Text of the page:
Strict Discipline For Cops Who Lie In Court
I recently read an article in the Toronto Star in which a judge in Ontario had occasion to comment on a police officer’s testimony and concluded that it was far less than honest (my words). It made me think of what employment consequence should occur when an officer shows up to court and lies under oath to judicial officers.
Police officers are “employees” who perform statutory and other functions. Theirs is often a thankless job; and their is a powerful one.Police officers are handed guns and given sweeping powers to exercise their job junctions. Their workplaces vary, but for the ordinary police corporal, the alleys of the streets are their workplaces.
Cops perform a touch job. Hindsight is 20/20 for those not faced with making split second decisions. Cut cops some slack when they mess up. The big exception is when a police officer in the discharge of her or his duty shows up to court and fabricate evidence, including outright lying about the events.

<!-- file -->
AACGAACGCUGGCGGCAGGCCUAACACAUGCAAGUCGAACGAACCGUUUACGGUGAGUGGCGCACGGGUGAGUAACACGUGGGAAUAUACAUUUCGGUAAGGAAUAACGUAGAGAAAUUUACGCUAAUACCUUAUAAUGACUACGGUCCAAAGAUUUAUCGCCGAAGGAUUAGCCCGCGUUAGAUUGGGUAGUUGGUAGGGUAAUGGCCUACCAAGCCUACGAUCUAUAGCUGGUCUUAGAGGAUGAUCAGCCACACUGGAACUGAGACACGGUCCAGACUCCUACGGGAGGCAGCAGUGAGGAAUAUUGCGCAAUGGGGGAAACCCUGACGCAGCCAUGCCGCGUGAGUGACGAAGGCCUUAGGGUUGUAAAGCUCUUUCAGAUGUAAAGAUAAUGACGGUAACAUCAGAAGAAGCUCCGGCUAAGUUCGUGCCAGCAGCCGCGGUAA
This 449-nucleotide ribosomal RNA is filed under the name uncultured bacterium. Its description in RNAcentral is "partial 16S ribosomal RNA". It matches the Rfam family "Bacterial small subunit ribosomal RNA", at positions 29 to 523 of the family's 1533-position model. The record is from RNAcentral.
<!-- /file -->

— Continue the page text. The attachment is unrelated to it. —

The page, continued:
It should never be left up to skilled cross examiners to unearth a police officer’s lies told in open court. Cops should never lie in court. Let’s be clear a police officer who lies in open court is not doing so for the benefit of the accused, particularly in a criminal case. The intention is quite the reverse. Failing to uncover the lies told in court by a minority of police officers can and often does have long-term consequences not only in terms of sentence, but also in terms of the person convicted future life quality, inclusive of liberty.
Police service should take a zero tolerance approach to disciplining officers who show up to court and lie, particularly where it is proven that the officer lied. There is an old employment principle called revelation of character upon which every police force should rely when it is proven that a police officer lied in court in the course of giving evidence, even if only once. Cops should not be above the law. Police organizations should not be complicit and sanction bad behaviour by police officers who abuse their functions, and show up to court and lie to cement that abuse. A better approach is to discharge, every police officer found to have lied in court while giving evidence. Leave it up to the applicable police association to grieve.